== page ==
LEARNATHON
III

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Theory:

The Advent of Sufism in India:

The arrival of Islamic rulers to India brought their cultural values and traditions, which stayed and spread across the country. The invading Islam rulers also bought their religious tenets, which were later imposed on Indian people.
 
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Sufi Saints
 
The initial phase of Islam in India marked the following of stringent Shariat laws, which were propounded by their religion.
Tarikat: This is the method of liberal interpretation of the Quran,  followed by the medieval Sufi’s.
The Emergence of Sufi saints, who believed in equality and one god, rose to prominence in the \(10^t\)\(^h\) century, earning them many followers from different religions.
Sufis: The word “Sufi” is derived from an Arabic word “Suf” meaning the “Wool”, which was seen as a plausible reference to the woollen garment worn by a Sufi.
The people of the Sufi order firmly believed in paths of love and devotion, as they asserted that it was the only way to attain salvation. The sect was also inspired by Mahayana Buddhism and Hinduism.

The Emergence of various Orders:

The followers of the Sufi sects began to diverge on the principles of their sects, which led to the rise of new orders among the Sufi saints. Medieval India saw the rising of new sects among the Sufis, which had diverse patronages.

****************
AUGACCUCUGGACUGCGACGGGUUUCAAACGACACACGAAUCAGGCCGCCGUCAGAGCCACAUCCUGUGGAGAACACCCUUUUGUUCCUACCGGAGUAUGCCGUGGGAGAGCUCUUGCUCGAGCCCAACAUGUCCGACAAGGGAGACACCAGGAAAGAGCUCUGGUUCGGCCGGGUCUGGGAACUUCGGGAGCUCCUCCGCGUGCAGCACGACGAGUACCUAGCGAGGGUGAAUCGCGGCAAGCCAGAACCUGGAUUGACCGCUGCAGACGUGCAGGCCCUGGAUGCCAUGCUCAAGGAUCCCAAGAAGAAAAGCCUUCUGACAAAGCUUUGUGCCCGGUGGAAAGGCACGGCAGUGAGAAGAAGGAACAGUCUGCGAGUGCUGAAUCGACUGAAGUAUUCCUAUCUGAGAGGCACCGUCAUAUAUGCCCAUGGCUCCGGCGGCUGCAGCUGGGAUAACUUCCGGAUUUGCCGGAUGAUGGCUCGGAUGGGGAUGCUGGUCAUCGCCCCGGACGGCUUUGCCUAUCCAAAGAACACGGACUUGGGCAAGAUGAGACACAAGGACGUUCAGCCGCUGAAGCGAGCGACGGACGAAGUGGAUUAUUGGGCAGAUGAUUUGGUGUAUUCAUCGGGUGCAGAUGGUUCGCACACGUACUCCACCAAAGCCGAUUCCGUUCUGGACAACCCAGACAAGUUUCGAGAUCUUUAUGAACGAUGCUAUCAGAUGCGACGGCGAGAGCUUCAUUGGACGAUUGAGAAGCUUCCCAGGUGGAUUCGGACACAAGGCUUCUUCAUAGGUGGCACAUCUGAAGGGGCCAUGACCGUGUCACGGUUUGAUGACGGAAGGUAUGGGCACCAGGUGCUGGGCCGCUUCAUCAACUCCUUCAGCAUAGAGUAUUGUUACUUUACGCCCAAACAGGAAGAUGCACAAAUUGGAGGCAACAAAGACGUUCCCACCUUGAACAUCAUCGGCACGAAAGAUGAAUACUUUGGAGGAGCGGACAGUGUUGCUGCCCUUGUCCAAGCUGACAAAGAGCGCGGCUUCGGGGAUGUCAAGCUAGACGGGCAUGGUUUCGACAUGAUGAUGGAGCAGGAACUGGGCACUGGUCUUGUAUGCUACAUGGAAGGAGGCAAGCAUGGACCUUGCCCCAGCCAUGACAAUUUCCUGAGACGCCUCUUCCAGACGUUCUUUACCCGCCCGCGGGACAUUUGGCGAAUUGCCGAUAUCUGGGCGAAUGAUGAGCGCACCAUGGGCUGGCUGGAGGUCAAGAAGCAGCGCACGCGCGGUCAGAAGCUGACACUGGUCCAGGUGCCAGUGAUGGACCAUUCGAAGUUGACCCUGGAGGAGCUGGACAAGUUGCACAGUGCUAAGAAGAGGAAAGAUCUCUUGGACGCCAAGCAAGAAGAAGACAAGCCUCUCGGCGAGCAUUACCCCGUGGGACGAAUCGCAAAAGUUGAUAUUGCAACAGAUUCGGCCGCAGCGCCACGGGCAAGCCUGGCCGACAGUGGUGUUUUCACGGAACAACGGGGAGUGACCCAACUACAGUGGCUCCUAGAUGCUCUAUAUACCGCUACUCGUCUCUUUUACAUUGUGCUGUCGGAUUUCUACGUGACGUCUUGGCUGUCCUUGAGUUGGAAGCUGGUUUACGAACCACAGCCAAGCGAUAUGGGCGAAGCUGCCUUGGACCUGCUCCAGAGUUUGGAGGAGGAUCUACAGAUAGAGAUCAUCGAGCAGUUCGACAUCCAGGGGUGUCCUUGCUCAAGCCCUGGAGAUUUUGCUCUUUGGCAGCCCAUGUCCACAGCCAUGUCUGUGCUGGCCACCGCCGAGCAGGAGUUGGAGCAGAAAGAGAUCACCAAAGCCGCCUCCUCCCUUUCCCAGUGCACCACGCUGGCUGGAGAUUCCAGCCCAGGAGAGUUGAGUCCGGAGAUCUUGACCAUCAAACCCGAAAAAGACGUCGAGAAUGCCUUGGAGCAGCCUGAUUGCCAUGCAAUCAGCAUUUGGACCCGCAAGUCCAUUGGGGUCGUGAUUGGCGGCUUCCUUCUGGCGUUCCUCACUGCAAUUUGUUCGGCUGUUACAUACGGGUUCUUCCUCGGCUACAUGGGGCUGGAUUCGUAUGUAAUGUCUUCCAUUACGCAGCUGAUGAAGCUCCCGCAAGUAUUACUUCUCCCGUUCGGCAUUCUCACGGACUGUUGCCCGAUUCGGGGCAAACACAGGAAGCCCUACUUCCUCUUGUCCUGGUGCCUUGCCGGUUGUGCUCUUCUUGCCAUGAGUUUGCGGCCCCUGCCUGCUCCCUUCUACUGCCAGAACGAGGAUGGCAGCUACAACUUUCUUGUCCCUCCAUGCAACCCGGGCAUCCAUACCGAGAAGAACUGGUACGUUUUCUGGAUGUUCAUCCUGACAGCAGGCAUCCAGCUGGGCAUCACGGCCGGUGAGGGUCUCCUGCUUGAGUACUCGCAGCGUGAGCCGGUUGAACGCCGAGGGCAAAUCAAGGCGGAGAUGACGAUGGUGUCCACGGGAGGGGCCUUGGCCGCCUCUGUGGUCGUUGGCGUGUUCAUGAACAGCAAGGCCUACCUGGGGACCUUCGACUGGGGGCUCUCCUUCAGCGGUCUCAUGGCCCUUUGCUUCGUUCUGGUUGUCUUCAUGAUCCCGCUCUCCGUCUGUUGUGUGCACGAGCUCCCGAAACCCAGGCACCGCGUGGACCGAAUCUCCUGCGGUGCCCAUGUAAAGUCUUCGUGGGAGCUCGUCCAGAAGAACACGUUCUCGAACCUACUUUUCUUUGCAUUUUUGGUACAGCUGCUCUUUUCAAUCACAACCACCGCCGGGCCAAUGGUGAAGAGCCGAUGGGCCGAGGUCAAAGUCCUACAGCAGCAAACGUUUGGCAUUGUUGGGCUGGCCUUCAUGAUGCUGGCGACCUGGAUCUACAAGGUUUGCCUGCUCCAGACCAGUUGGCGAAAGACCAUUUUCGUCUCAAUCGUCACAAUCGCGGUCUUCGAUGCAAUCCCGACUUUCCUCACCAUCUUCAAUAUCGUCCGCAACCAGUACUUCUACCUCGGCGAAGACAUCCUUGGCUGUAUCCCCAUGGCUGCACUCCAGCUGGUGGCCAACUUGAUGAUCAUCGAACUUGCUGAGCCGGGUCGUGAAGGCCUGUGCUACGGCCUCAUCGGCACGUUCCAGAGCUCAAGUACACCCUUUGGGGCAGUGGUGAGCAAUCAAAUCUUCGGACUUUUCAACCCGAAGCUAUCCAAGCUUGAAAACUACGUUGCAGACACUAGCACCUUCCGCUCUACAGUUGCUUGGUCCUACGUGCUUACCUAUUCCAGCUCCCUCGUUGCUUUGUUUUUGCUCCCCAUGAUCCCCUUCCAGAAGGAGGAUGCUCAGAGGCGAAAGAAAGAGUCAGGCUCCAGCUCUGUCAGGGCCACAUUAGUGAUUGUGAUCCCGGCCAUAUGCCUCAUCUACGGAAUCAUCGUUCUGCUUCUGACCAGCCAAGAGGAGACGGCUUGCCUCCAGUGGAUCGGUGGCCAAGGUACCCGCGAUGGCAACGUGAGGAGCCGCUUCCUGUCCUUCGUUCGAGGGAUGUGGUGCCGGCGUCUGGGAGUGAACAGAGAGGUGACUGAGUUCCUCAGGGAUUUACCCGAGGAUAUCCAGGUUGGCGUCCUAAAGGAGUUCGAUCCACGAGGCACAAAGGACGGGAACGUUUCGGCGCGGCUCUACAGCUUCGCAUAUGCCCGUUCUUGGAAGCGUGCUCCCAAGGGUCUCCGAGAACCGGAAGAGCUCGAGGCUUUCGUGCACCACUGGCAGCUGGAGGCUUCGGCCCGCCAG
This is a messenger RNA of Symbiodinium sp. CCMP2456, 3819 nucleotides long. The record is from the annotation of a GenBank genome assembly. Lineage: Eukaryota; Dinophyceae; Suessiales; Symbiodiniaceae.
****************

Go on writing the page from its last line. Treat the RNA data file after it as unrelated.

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1. Chisti Order:

This order of Sufism was established by “Khawaja Moinuddin Chisti”, who was born in Afghanistan and lived and propagated this order in India. He chose Ajmer, Rajasthan, as his permanent seat in \(1236\).

The order was named after him and is considered to be the most famous among the Sufi orders, which still has its followers in India.
Nizamuddin Auliya: He was one of the most famous Sufi saints of the Chisti order. Amir Khusrau (royal poet of Delhi Sultanate) and Nasiruddin Delhavi are his ardent followers.
Moinuddin Chisti also popularised a form of musical recitations named the “Sama”.
 
2. Suhrawardi:

This Sufi order was established by “Abdul-Wahid Abu Najib”, an Iranian Sufi who belonged to the Shia sect, which was later made famous by “Sheikh Shihabuddin Suhrawardi from whose name the sect was known. He accepted royal service to the King during his period.
 
3. Firdausi:

The Firdausi order was founded by “Sheikh Badruddin Samarkand”, a branch of the Suhrawardi order. The order reached its height under Sheikh Sharfuddin Yahya, which was highly confined to the areas of Bihar.

Saint Kabir:

Kabir belonging to the \(15^t\)\(^h\) century, was born in a poor Muslim family who were weavers by occupation. He was a curious child and was highly inspired by Hindu Bhakti Saint “Ramananda” teachings.
 
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Kabir
 
Later, he wrote poems that developed and spoke about communal harmony between the Hindu and the Muslims. His two-line couplets are famously known as “Kabir Ko Dohe”.
Guru Arjun Dev: The fifth Sikh Guru, Guru Arjun Dev, was highly instrumental in collecting the songs of Kabir and compiling them.
Kabir’s writings substantially influenced the people of the lower strata among both religions. His followers are known by the name “Kabirpanthis”.

His ultimate aim was to unite the Hindu and Muslim religions and help them shred the age-old superstitions and attain salvation through pure devotion.

Kabir’s writings are found in Bhojpuri and Urdu languages, and some of his notable works are “Anurag Sagar, Kabir Granthawali, Sakhi Granth and Bijak”.